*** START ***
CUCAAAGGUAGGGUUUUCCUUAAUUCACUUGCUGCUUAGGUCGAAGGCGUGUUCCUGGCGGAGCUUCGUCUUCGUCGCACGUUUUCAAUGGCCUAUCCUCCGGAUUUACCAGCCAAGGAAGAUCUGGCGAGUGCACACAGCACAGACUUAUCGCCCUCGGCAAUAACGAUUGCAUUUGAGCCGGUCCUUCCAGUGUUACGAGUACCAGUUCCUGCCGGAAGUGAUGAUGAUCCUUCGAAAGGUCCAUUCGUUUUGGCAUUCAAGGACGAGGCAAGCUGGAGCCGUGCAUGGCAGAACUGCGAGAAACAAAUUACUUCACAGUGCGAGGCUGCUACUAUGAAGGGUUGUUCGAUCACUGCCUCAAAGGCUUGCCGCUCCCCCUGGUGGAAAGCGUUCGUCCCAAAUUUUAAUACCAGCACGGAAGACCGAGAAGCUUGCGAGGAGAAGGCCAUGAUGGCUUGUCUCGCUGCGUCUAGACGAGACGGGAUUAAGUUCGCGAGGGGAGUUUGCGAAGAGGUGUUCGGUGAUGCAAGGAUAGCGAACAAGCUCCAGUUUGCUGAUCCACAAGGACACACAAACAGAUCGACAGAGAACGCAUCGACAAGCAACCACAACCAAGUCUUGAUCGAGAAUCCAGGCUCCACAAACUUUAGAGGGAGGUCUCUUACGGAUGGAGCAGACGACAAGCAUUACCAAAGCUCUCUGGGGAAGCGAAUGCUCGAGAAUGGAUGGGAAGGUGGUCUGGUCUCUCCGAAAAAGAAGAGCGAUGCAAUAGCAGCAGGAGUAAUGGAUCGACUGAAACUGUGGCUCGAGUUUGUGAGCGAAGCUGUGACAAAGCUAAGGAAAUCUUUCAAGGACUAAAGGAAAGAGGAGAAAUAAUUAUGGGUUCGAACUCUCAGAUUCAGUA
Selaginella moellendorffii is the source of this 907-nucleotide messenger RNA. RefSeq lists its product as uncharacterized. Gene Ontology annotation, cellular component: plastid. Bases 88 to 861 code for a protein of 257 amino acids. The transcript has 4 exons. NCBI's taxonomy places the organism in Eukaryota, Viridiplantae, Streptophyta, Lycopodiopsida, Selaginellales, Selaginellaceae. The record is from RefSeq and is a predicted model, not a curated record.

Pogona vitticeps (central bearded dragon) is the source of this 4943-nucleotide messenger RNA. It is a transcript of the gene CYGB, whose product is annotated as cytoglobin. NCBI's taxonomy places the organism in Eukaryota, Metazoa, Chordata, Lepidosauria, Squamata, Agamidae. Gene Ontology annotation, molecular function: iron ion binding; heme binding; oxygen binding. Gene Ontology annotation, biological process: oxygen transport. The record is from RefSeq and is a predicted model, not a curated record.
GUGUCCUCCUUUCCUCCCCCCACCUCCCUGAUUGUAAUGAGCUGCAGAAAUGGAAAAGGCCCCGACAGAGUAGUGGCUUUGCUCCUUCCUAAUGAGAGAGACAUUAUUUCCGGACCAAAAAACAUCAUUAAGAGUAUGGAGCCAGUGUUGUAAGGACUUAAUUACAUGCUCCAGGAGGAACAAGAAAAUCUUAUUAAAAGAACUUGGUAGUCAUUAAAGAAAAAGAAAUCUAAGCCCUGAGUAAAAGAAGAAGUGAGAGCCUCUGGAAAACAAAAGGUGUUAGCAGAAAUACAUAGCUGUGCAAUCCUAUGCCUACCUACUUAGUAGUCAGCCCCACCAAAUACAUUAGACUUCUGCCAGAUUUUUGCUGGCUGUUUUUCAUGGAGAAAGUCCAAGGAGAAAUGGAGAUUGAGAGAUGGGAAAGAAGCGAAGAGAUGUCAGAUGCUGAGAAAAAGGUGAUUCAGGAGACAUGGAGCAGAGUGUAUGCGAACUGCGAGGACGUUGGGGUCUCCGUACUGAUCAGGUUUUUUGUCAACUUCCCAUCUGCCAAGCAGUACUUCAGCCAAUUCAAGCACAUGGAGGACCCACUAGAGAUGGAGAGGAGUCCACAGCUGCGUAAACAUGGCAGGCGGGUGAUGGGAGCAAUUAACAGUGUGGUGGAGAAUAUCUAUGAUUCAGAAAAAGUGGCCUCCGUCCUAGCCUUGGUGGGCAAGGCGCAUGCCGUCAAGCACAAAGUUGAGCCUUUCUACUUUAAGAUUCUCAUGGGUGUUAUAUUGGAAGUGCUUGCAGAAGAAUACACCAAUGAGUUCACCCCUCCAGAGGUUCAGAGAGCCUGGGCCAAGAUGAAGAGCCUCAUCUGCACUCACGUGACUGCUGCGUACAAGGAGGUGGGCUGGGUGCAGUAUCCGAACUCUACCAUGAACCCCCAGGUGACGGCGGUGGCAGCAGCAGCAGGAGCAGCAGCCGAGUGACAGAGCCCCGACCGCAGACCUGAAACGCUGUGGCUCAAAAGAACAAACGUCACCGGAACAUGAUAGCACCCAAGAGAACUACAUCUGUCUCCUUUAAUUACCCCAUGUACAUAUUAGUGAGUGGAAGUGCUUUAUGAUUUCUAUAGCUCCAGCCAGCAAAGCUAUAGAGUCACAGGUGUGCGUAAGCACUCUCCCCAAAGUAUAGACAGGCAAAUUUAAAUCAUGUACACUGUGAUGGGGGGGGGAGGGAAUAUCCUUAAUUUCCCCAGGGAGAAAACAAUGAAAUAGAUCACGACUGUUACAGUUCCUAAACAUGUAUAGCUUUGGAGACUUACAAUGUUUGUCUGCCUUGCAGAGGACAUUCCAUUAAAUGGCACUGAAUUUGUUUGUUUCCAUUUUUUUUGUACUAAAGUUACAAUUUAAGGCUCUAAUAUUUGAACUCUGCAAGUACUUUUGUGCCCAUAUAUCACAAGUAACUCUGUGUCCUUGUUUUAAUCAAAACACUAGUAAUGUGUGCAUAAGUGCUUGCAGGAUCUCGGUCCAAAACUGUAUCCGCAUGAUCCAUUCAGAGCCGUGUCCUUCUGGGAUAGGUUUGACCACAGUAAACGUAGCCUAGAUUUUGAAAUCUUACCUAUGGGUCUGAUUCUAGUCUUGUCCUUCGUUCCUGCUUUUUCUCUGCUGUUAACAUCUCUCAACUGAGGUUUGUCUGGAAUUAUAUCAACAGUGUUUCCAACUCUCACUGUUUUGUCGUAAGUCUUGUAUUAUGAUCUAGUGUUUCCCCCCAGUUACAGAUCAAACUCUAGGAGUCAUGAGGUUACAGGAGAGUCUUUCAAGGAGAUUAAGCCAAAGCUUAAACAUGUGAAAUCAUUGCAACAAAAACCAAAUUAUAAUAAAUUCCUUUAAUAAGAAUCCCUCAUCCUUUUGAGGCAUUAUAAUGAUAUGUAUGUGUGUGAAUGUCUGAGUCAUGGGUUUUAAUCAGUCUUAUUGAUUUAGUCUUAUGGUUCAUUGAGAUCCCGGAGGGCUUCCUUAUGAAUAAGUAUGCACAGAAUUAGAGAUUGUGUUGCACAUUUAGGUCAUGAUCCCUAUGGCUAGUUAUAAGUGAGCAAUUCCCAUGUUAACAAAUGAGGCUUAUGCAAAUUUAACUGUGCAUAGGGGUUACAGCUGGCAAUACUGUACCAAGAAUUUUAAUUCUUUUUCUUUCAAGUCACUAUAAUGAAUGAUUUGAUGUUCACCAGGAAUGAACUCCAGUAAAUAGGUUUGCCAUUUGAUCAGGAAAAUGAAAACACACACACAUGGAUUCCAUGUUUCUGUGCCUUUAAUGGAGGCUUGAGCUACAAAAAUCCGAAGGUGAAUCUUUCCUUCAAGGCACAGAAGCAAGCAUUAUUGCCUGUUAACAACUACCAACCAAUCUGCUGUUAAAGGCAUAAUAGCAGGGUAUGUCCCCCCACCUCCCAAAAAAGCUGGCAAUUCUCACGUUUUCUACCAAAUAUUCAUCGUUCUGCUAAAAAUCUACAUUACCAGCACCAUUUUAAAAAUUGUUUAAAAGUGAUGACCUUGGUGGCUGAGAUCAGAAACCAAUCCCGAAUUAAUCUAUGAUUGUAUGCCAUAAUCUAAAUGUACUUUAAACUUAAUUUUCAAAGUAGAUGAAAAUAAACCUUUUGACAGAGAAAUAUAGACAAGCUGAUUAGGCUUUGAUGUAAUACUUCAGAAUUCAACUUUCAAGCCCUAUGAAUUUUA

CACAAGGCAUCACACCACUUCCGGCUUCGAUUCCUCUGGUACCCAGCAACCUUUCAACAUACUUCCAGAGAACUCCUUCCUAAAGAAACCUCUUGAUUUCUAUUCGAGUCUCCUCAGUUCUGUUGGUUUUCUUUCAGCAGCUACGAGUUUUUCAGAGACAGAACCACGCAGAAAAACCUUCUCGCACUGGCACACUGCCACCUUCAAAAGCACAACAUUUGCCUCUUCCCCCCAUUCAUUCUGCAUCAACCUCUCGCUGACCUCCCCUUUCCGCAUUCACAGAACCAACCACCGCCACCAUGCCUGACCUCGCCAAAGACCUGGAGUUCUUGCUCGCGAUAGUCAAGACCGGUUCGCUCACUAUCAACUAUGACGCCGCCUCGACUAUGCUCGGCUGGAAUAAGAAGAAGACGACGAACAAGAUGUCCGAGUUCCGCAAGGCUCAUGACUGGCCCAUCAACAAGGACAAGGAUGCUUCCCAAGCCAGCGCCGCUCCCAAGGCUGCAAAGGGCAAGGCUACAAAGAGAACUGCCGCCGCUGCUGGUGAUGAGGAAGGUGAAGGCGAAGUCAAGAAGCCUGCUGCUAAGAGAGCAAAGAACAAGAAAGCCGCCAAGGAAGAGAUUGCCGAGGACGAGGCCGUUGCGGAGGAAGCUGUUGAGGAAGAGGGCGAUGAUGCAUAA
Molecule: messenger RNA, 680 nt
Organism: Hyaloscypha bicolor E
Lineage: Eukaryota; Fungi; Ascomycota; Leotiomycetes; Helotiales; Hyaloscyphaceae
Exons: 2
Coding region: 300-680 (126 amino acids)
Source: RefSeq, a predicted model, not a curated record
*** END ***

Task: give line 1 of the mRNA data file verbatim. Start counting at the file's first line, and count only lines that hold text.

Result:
CUCAAAGGUAGGGUUUUCCUUAAUUCACUUGCUGCUUAGGUCGAAGGCGUGUUCCUGGCGGAGCUUCGUCUUCGUCGCACGUUUUCAAUGGCCUAUCCUCCGGAUUUACCAGCCAAGGAAGAUCUGGCGAGUGCACACAGCACAGACUUAUCGCCCUCGGCAAUAACGAUUGCAUUUGAGCCGGUCCUUCCAGUGUUACGAGUACCAGUUCCUGCCGGAAGUGAUGAUGAUCCUUCGAAAGGUCCAUUCGUUUUGGCAUUCAAGGACGAGGCAAGCUGGAGCCGUGCAUGGCAGAACUGCGAGAAACAAAUUACUUCACAGUGCGAGGCUGCUACUAUGAAGGGUUGUUCGAUCACUGCCUCAAAGGCUUGCCGCUCCCCCUGGUGGAAAGCGUUCGUCCCAAAUUUUAAUACCAGCACGGAAGACCGAGAAGCUUGCGAGGAGAAGGCCAUGAUGGCUUGUCUCGCUGCGUCUAGACGAGACGGGAUUAAGUUCGCGAGGGGAGUUUGCGAAGAGGUGUUCGGUGAUGCAAGGAUAGCGAACAAGCUCCAGUUUGCUGAUCCACAAGGACACACAAACAGAUCGACAGAGAACGCAUCGACAAGCAACCACAACCAAGUCUUGAUCGAGAAUCCAGGCUCCACAAACUUUAGAGGGAGGUCUCUUACGGAUGGAGCAGACGACAAGCAUUACCAAAGCUCUCUGGGGAAGCGAAUGCUCGAGAAUGGAUGGGAAGGUGGUCUGGUCUCUCCGAAAAAGAAGAGCGAUGCAAUAGCAGCAGGAGUAAUGGAUCGACUGAAACUGUGGCUCGAGUUUGUGAGCGAAGCUGUGACAAAGCUAAGGAAAUCUUUCAAGGACUAAAGGAAAGAGGAGAAAUAAUUAUGGGUUCGAACUCUCAGAUUCAGUA